brokenclay.org/journal

I burn with shame

Despite her use of the unfortunate “confined to a wheelchair”, here is a minister who now gets it:

A few months later, the decision was made to move our regular weekly worship to a new location due to the space limits at the park rec center. A local AME Zion church in our neighborhood opened their doors to us, and we moved our worship to their facility. The meeting room they gave to us was not wheelchair accessible. In making the decision to move our worship there, we vowed to get a ramp that would allow for our members in wheelchairs to have access. We went for weeks and then months without an adequate resolution to this need (we tried these little removable rails that never worked; we raised money and worked with a designer to build something large and permanent; we ran into code issues and permission issues from the church, etc.).

For a while, we would carry Agnes up the short flight of stairs in her chair so that she could participate. Jennie was never comfortable doing this, so she would sit outside the door where she could listen to the service, and Agnes would call her from inside on her cell phone and give her the scripture reading. And one or two of us would go outside and sit with her for the duration of the service. Finally, Jennie and Agnes wrote us all a letter expressing how much they desired to be a part of our church family, but that they could not do so until we met in a place that fully accommodated them. It was not long after that that we moved back to the park for a short while before finding a local grade school that was fully accessible. And Jennie and Agnes were once again at the center of our life together. Even today, I burn with shame at this part of our history as a church. Jennie was an example of someone who lived with a love that forgives; of love that keeps no record of wrongs. And she helped us learn something about love that always protects.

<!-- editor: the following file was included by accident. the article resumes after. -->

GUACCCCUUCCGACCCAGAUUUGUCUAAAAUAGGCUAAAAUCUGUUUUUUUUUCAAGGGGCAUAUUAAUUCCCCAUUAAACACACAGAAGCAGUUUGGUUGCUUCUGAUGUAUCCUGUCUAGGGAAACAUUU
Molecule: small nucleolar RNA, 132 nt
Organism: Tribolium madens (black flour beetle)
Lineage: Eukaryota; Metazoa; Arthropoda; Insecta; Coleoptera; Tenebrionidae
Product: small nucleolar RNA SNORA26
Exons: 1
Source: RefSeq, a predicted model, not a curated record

Full entry: Remembering Jennie

Katja

2 Comments

  1. Erika Haub

    Hi Katja,

    I wanted to tell you thank you for your correction of my use of language. It never ceases to amaze me how much I have to learn :) Also, thanks for taking my experience and sharing it: maybe someone will read it and live more justly as a result.

    Anyway, thanks!

    Erika

    Reply
  2. Katja

    Thank you for your honesty. In a world that seems full of people of faith who think it’s all right to marginalize and exclude a group of people they could join in the twinkling of an eye, it’s refreshing to read an account that demonstrates some understanding.

    Reply

Leave a Comment

Your email address will not be published.

CommentLuv badge